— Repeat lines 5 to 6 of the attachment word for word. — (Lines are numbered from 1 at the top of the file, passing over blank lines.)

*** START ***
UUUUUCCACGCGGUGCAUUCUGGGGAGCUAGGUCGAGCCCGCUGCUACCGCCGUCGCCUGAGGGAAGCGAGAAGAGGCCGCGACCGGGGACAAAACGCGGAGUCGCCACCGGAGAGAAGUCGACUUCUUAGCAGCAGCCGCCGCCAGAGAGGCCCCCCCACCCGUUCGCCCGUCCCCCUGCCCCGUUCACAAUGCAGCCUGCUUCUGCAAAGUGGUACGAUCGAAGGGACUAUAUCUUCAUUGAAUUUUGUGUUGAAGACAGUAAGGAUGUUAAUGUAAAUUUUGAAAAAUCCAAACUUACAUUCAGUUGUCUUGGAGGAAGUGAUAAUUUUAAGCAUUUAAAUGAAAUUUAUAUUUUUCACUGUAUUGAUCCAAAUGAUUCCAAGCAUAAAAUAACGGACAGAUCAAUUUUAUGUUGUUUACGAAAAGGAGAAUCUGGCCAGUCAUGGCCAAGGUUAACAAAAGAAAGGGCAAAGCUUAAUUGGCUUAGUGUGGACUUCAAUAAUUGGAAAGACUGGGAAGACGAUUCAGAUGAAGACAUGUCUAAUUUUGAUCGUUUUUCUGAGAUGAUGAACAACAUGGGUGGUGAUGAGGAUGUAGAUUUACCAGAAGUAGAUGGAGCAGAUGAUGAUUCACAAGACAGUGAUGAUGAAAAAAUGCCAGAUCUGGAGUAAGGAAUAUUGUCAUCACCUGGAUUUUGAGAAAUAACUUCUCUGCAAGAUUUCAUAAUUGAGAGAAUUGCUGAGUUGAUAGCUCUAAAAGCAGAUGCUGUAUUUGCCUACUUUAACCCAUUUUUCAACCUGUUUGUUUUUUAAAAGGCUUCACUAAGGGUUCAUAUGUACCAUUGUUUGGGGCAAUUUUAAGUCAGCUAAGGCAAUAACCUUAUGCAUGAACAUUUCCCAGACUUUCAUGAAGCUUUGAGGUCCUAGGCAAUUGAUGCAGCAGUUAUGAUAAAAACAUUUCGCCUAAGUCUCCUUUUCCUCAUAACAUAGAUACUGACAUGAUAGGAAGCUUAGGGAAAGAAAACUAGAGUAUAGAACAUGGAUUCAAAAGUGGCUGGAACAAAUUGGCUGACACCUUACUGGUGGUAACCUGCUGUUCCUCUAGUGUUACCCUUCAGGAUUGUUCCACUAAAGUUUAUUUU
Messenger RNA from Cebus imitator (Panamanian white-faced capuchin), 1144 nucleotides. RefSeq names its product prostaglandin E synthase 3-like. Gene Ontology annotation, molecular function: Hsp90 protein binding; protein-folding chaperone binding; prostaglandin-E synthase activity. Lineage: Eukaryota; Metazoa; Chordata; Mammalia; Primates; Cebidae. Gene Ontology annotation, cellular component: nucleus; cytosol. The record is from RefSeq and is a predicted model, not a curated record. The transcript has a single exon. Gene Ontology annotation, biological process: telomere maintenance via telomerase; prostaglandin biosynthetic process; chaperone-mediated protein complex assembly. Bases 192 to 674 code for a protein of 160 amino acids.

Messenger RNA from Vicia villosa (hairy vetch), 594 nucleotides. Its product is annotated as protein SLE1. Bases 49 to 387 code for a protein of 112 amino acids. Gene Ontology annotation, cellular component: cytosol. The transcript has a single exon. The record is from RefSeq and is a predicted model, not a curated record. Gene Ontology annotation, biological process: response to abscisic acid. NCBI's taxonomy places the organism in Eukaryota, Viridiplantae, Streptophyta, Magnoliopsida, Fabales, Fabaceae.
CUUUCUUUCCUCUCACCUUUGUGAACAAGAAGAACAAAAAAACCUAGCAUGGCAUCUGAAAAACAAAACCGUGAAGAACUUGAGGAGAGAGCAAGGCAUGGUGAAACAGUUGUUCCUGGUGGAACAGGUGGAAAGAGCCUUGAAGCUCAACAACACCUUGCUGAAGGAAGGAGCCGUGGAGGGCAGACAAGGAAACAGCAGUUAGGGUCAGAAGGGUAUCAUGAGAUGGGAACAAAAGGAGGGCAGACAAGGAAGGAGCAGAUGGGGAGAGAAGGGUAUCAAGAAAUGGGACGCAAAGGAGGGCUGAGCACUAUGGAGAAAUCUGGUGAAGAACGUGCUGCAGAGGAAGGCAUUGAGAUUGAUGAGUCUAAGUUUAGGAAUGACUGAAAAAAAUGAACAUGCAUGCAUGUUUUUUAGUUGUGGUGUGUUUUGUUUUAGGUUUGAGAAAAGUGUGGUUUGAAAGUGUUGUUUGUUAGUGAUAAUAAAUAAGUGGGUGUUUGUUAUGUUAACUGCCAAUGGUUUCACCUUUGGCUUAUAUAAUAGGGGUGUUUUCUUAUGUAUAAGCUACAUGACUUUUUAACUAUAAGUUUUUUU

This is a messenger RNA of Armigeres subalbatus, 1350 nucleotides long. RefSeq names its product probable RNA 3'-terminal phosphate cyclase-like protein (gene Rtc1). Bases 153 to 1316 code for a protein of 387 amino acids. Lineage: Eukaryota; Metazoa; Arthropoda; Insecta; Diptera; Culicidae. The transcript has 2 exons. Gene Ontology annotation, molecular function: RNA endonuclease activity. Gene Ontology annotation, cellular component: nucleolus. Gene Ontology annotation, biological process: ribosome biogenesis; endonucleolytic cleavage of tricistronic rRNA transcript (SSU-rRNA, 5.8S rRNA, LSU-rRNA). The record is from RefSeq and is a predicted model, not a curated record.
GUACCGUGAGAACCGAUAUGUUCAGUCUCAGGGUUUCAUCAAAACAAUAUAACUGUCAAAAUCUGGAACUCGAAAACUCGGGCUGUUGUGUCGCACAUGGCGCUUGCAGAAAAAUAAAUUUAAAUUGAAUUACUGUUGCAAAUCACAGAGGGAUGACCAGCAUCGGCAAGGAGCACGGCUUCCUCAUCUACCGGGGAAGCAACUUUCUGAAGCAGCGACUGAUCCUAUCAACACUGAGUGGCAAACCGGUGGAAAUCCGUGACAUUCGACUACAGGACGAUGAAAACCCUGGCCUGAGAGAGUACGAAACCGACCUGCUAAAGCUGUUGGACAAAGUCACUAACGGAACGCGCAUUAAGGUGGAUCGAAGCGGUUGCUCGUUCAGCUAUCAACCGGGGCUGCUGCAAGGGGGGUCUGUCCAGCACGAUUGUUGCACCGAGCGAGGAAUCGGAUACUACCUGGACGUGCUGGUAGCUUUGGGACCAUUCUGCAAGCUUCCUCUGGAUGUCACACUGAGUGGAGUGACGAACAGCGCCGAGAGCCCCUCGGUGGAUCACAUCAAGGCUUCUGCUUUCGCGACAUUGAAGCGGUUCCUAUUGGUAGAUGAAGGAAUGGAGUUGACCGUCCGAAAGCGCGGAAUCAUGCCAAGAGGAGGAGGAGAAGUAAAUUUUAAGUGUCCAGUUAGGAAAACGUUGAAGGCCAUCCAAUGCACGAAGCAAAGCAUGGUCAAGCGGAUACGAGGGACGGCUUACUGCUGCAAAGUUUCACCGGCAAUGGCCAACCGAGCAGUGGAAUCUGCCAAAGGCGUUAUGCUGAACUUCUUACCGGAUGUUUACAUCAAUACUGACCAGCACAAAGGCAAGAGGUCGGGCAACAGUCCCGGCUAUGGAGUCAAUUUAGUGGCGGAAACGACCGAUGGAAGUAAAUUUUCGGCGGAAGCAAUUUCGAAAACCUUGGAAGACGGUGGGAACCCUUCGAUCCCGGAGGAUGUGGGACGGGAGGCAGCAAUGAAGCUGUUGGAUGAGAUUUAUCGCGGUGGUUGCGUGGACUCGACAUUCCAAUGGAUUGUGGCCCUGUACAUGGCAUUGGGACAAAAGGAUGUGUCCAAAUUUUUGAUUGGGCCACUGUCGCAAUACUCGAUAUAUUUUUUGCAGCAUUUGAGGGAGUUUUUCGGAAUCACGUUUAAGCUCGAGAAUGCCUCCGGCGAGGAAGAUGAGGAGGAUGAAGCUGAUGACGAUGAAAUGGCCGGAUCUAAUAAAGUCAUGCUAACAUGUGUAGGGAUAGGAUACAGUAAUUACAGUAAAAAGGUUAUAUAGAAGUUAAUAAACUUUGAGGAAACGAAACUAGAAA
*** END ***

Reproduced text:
This is a messenger RNA of Armigeres subalbatus, 1350 nucleotides long. RefSeq names its product probable RNA 3'-terminal phosphate cyclase-like protein (gene Rtc1). Bases 153 to 1316 code for a protein of 387 amino acids. Lineage: Eukaryota; Metazoa; Arthropoda; Insecta; Diptera; Culicidae. The transcript has 2 exons. Gene Ontology annotation, molecular function: RNA endonuclease activity. Gene Ontology annotation, cellular component: nucleolus. Gene Ontology annotation, biological process: ribosome biogenesis; endonucleolytic cleavage of tricistronic rRNA transcript (SSU-rRNA, 5.8S rRNA, LSU-rRNA). The record is from RefSeq and is a predicted model, not a curated record.
GUACCGUGAGAACCGAUAUGUUCAGUCUCAGGGUUUCAUCAAAACAAUAUAACUGUCAAAAUCUGGAACUCGAAAACUCGGGCUGUUGUGUCGCACAUGGCGCUUGCAGAAAAAUAAAUUUAAAUUGAAUUACUGUUGCAAAUCACAGAGGGAUGACCAGCAUCGGCAAGGAGCACGGCUUCCUCAUCUACCGGGGAAGCAACUUUCUGAAGCAGCGACUGAUCCUAUCAACACUGAGUGGCAAACCGGUGGAAAUCCGUGACAUUCGACUACAGGACGAUGAAAACCCUGGCCUGAGAGAGUACGAAACCGACCUGCUAAAGCUGUUGGACAAAGUCACUAACGGAACGCGCAUUAAGGUGGAUCGAAGCGGUUGCUCGUUCAGCUAUCAACCGGGGCUGCUGCAAGGGGGGUCUGUCCAGCACGAUUGUUGCACCGAGCGAGGAAUCGGAUACUACCUGGACGUGCUGGUAGCUUUGGGACCAUUCUGCAAGCUUCCUCUGGAUGUCACACUGAGUGGAGUGACGAACAGCGCCGAGAGCCCCUCGGUGGAUCACAUCAAGGCUUCUGCUUUCGCGACAUUGAAGCGGUUCCUAUUGGUAGAUGAAGGAAUGGAGUUGACCGUCCGAAAGCGCGGAAUCAUGCCAAGAGGAGGAGGAGAAGUAAAUUUUAAGUGUCCAGUUAGGAAAACGUUGAAGGCCAUCCAAUGCACGAAGCAAAGCAUGGUCAAGCGGAUACGAGGGACGGCUUACUGCUGCAAAGUUUCACCGGCAAUGGCCAACCGAGCAGUGGAAUCUGCCAAAGGCGUUAUGCUGAACUUCUUACCGGAUGUUUACAUCAAUACUGACCAGCACAAAGGCAAGAGGUCGGGCAACAGUCCCGGCUAUGGAGUCAAUUUAGUGGCGGAAACGACCGAUGGAAGUAAAUUUUCGGCGGAAGCAAUUUCGAAAACCUUGGAAGACGGUGGGAACCCUUCGAUCCCGGAGGAUGUGGGACGGGAGGCAGCAAUGAAGCUGUUGGAUGAGAUUUAUCGCGGUGGUUGCGUGGACUCGACAUUCCAAUGGAUUGUGGCCCUGUACAUGGCAUUGGGACAAAAGGAUGUGUCCAAAUUUUUGAUUGGGCCACUGUCGCAAUACUCGAUAUAUUUUUUGCAGCAUUUGAGGGAGUUUUUCGGAAUCACGUUUAAGCUCGAGAAUGCCUCCGGCGAGGAAGAUGAGGAGGAUGAAGCUGAUGACGAUGAAAUGGCCGGAUCUAAUAAAGUCAUGCUAACAUGUGUAGGGAUAGGAUACAGUAAUUACAGUAAAAAGGUUAUAUAGAAGUUAAUAAACUUUGAGGAAACGAAACUAGAAA